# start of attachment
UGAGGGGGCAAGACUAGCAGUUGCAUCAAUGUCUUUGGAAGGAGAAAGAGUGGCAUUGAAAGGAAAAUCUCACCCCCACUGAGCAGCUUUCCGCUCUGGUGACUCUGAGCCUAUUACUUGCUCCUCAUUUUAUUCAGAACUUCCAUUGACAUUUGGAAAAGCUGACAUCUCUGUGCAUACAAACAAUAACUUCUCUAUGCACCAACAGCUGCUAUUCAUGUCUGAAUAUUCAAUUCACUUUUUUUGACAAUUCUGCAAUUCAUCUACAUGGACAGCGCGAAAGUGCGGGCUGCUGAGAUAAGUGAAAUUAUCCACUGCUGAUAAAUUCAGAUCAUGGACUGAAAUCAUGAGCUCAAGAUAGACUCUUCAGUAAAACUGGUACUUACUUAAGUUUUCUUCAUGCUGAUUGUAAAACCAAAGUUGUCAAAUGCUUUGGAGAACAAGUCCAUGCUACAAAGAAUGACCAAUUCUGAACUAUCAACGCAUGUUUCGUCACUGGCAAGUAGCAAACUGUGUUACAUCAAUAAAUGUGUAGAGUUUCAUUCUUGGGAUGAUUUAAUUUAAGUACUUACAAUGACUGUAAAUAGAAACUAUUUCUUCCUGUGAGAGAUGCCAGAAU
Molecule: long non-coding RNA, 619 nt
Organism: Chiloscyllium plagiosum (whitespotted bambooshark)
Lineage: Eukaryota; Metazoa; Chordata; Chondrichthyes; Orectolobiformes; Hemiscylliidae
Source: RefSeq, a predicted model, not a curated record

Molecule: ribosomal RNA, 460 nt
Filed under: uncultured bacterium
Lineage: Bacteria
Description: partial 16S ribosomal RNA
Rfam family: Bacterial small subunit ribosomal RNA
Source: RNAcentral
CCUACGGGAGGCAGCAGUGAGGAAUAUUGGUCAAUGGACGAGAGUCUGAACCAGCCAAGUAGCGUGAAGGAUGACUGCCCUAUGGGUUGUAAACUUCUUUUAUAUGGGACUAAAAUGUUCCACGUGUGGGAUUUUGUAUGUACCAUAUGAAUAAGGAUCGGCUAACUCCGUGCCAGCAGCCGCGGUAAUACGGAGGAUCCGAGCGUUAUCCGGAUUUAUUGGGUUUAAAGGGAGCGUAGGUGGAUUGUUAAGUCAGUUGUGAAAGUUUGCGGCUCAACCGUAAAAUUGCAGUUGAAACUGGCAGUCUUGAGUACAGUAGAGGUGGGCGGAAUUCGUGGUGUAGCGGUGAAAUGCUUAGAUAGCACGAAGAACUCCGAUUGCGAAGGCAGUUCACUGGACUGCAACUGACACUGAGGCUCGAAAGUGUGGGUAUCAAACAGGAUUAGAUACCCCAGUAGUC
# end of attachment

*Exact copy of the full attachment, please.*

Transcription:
UGAGGGGGCAAGACUAGCAGUUGCAUCAAUGUCUUUGGAAGGAGAAAGAGUGGCAUUGAAAGGAAAAUCUCACCCCCACUGAGCAGCUUUCCGCUCUGGUGACUCUGAGCCUAUUACUUGCUCCUCAUUUUAUUCAGAACUUCCAUUGACAUUUGGAAAAGCUGACAUCUCUGUGCAUACAAACAAUAACUUCUCUAUGCACCAACAGCUGCUAUUCAUGUCUGAAUAUUCAAUUCACUUUUUUUGACAAUUCUGCAAUUCAUCUACAUGGACAGCGCGAAAGUGCGGGCUGCUGAGAUAAGUGAAAUUAUCCACUGCUGAUAAAUUCAGAUCAUGGACUGAAAUCAUGAGCUCAAGAUAGACUCUUCAGUAAAACUGGUACUUACUUAAGUUUUCUUCAUGCUGAUUGUAAAACCAAAGUUGUCAAAUGCUUUGGAGAACAAGUCCAUGCUACAAAGAAUGACCAAUUCUGAACUAUCAACGCAUGUUUCGUCACUGGCAAGUAGCAAACUGUGUUACAUCAAUAAAUGUGUAGAGUUUCAUUCUUGGGAUGAUUUAAUUUAAGUACUUACAAUGACUGUAAAUAGAAACUAUUUCUUCCUGUGAGAGAUGCCAGAAU
Molecule: long non-coding RNA, 619 nt
Organism: Chiloscyllium plagiosum (whitespotted bambooshark)
Lineage: Eukaryota; Metazoa; Chordata; Chondrichthyes; Orectolobiformes; Hemiscylliidae
Source: RefSeq, a predicted model, not a curated record

Molecule: ribosomal RNA, 460 nt
Filed under: uncultured bacterium
Lineage: Bacteria
Description: partial 16S ribosomal RNA
Rfam family: Bacterial small subunit ribosomal RNA
Source: RNAcentral
CCUACGGGAGGCAGCAGUGAGGAAUAUUGGUCAAUGGACGAGAGUCUGAACCAGCCAAGUAGCGUGAAGGAUGACUGCCCUAUGGGUUGUAAACUUCUUUUAUAUGGGACUAAAAUGUUCCACGUGUGGGAUUUUGUAUGUACCAUAUGAAUAAGGAUCGGCUAACUCCGUGCCAGCAGCCGCGGUAAUACGGAGGAUCCGAGCGUUAUCCGGAUUUAUUGGGUUUAAAGGGAGCGUAGGUGGAUUGUUAAGUCAGUUGUGAAAGUUUGCGGCUCAACCGUAAAAUUGCAGUUGAAACUGGCAGUCUUGAGUACAGUAGAGGUGGGCGGAAUUCGUGGUGUAGCGGUGAAAUGCUUAGAUAGCACGAAGAACUCCGAUUGCGAAGGCAGUUCACUGGACUGCAACUGACACUGAGGCUCGAAAGUGUGGGUAUCAAACAGGAUUAGAUACCCCAGUAGUC